Our Critics Pick the Best of 2011

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    It is always fun at the end of each year to celebrate the best of that year.  And 2011 had a lot of great music. And so we've gathered our music critics to each pick their favorites, which we've assembled below. And our Publisher and Music Editor are each giving their own special honors to the best of the best. 

    The toughest part of this is limiting the choices, but here are the selections from Peggy Oliver (PO), Chris Rizik (CR), L. Michael Gipson (LMG), Melody Charles (MC), J Matthew Cobb (JMC)  and Howard Dukes (HD).  Also, each album cover is a link to Amazon, where you can generally listen to clips from the disc or where you can purchase it and each album title is a link to our full review. These are uniformly releases with which you can't go wrong -- or so our critics say. Looking for a Christmas gift for a music lover?  Then spend some time with these winners.


    Publisher's Pick: Mamas Gun - Folks say the era of the popular R&B band is gone, but don’t tell Andy Platts and the rest of the talented UK group Mamas Gun. Their 2010 debut won us over and their great 2011 follow-up, The Life and Soul, put us over the top, mixing elements of classic Hall & Oates, AWB and Motown with a 2011 twist. And the sense of fun and silliness in their videos makes it all the more endearing. They're rising with a bullet in the UK but are still a hidden treasure here in America. That shouldn't continue for long. Great songwriting and production, terrific playing and Platt's soulful vocals will be winning over the U.S. soon enough, we expect. In the meantime, we'll be shouting about them from the mountaintops, only pausing to push play one more time.

    Editor's Pick: BSlade - The artist formerly known as Tonex (and sometimes Brian Slade) decided to buck current trends by releasing Stereotype: Collector's Edition a fun, funky and forward-thinking project that references the past with samples by Minnie Ripperton, The Carpenters and David Cassidy, among others, without actually doing tired covers we’re long bored by. Whether reimagining the production of The Corporation on the shimmering “Sonshine: 1971” updating the disco thump of Rufus on “What’ cha Gonna Do,” or releasing an astonishing eleven projects in two years, including the equally inspiring and experimental Diesel, BSlade proves that he is one of the most prolific, and sometimes schizophrenic, producer/singer/songwriters of our time.


    PUBLISHER'S PICK    Kelly Price: Kelly -- Critics like to distinguish their views from the public, but this year SoulTrackers nailed it with their Awards voting: Kelly Price's self-titled indie debut hit all the marks. Her voice is all that and she brought killer songs and attitude along to create an album that is nothing short of essential.

    EDITOR'S PICK    Martin Luther: Extraterrestrial Brother, Vol I -- After releasing material as classic as it is eclectic, soul rocker and actor Martin Luther releases his most accessible and, ironically, unsung work to-date. Tenderly sung and lovingly arranged, it’s care and skill restored faith in McCoy’s music and rage that he isn’t bigger on the commercial circuit. At least he and this magnificent work are giants in our hearts. 

    Rahsaan Patterson: bluephoria -- Experimentation with R&B can be tricky and occassionally off-putting for soul traditionalists, but with Patterson capably steering left from the driver's seat, the ride can be as smooth as it is provocative. "Mountaintop," "Stay With Me," "6Am" ... oh, Patterson, how you do ensure we "Only Have Eyes For You."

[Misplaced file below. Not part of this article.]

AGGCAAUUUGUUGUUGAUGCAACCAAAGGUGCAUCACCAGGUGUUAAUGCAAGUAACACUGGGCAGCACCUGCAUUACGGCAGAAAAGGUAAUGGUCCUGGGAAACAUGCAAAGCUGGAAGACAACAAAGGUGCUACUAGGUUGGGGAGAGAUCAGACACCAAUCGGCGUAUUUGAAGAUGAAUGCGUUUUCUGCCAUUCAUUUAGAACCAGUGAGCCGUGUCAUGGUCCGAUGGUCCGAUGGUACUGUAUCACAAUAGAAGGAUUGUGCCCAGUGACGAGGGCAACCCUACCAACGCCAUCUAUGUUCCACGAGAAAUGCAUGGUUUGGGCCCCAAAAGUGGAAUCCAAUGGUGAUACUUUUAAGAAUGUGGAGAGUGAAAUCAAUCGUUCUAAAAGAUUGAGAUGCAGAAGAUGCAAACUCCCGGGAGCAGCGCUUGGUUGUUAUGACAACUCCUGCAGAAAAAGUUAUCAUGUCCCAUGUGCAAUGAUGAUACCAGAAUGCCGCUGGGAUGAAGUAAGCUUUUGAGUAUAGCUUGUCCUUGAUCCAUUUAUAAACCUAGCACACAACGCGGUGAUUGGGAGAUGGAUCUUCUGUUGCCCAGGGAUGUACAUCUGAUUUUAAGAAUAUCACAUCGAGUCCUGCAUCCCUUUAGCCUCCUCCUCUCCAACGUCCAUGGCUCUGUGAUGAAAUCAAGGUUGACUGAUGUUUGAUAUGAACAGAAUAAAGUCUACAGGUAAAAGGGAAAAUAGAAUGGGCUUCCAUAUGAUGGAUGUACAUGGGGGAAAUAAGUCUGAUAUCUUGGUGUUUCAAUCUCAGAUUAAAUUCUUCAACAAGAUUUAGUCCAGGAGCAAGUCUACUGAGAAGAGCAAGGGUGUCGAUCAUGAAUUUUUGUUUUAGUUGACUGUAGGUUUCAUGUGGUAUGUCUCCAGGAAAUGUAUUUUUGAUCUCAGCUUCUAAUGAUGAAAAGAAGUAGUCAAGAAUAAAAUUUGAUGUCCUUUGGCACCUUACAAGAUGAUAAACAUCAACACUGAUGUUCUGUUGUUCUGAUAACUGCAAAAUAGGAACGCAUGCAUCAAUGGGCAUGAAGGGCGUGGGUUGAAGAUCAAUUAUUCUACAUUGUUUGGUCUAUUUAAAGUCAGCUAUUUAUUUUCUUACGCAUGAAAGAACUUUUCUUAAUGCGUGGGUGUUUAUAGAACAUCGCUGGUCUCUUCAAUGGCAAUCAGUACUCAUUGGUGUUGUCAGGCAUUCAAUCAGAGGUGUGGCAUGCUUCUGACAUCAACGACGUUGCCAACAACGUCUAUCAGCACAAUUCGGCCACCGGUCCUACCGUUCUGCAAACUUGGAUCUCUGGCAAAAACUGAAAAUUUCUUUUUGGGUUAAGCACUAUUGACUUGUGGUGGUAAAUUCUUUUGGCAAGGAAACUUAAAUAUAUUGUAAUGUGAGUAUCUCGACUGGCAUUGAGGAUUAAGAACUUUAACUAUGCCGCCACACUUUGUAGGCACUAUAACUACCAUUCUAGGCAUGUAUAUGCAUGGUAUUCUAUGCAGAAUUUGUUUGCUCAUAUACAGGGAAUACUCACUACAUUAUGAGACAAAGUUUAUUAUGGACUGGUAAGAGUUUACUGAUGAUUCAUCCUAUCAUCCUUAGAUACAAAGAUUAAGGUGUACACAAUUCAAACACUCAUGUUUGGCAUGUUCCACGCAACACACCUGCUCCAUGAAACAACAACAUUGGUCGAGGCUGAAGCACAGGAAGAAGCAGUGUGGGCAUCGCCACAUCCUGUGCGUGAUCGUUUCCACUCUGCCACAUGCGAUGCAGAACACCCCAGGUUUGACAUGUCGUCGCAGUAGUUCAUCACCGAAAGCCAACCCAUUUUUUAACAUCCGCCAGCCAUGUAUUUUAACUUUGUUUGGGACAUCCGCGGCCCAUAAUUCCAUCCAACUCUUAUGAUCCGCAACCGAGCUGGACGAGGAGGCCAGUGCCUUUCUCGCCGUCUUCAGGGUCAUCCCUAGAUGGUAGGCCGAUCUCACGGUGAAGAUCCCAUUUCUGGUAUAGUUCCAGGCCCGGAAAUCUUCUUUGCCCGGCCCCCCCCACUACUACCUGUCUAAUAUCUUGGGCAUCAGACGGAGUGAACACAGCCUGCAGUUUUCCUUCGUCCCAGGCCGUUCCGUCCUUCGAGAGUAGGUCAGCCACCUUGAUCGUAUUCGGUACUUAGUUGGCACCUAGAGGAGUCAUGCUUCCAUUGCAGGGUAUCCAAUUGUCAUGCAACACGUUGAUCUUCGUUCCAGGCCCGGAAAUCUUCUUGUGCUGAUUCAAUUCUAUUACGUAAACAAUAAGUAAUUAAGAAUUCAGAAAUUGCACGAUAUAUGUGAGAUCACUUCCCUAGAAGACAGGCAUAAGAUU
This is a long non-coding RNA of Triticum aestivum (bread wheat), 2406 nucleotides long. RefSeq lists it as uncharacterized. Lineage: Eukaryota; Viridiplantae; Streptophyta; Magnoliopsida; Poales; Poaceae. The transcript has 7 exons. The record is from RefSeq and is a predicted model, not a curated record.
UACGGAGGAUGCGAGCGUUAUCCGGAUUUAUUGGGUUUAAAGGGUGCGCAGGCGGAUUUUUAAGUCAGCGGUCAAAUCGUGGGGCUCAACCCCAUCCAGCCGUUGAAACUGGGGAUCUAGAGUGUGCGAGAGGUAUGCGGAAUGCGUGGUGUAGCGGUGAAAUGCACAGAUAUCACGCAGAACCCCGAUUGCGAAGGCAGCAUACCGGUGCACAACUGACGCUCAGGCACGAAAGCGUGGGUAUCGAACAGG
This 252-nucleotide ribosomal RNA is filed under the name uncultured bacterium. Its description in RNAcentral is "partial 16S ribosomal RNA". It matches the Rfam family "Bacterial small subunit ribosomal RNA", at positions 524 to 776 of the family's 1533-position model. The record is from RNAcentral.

Ledisi:  Pieces of Me - Fully actualized as a performer, the Southern-bred songstress shines through empowered sisterhood mantras, self-affirming anthems and songs about the phases of love and loss. Bursting with energy, optimism and emotion, she'll win you over from the first note and captivate you further with each track. (MC)
    Reel People: Presents Golden Lady -- Even if Tony Momrelle wasn't the second coming of Stevie Wonder on insta-classics like "Star," Shezar, Darien, Renn, Choklate, BTSC feat. JL, Simon Grey  and so many insanely good acid jazz/house musicians rock hard on this soul gem, the talented Momrelle just proves icing on an already delectable seven-layer cake. (LMG)
    VenueConnection: Fire It Up! -- With their latest project Fire It Up!, VenueConnection has sealed its place in Spain’s soul/funk market and effectively extended its brand to the rest of the world. (PO)
    Aaries: Cover Girls -- Philly's beloved yet unsung Ayana & Ayinké gracefully bucked the uninspired covers trend with Jones Girls-esque vocals. Light, airy, fun yet always sincere on cuts like "Funny How Time Flies" and the jaw-dropping "Don't Ask My Neighbor/Nothing Even Matters" mash-up, we know these ladies won't be unsung long. (LMG)
    The Stylistics: That Same Way – Few things in 2011 were a bigger surprise for me than a new Stylistics solo album, other than that That Same Way was able to capture the lush, melodic sounds of the group’s seminal 70s work with Thom Bell (CR)
    State Cows: State Cows -- The self-titled disc from State Cows proves two things: Steely Dan is freakin’ hard to pull off and State Cows just pulled it off. Here the Sweden band delivers an immaculate slate of superlative jazz fusion and sophisticated R&B of the highest order. Almost had me moving to Sweden. (JMC)
    Deborah Bond: Madame Palindrome -- That she got the elusive Lewis Taylor out of hiding for a duet was already a genius move, one of several on this silk robe of an album. The grinding Ms. Bond proves undeniable skill plus plenty of elbow grease can reward a legion of patient fans with timeless grooves and stacks of sophisticated soul. (LMG)
    Richard Smallwood: Promises -- With his integration of classical music dynamics and mass choir intricacies, Promises truly reflects Richard Smallwood’s continuing legacy as one of gospel music’s groundbreakers. (PO)
    Maya Azucena: Cry Love -- The promises of talented singer/songwriter Maya Azucena were all realized in her third and most powerful album. A star has fully arrived. (CR)
    Eric Roberson: Mister Nice Guy -- The King of Indie Soul's most consistent and cohesive album in a decade, not to mention his most mature. That he pulled a house jam ("Fall") and two new classics out of the deal with "Come With Me" and "At The Same Time" makes this project an embarrassment of riches. Erro oughta be shame. (LMG)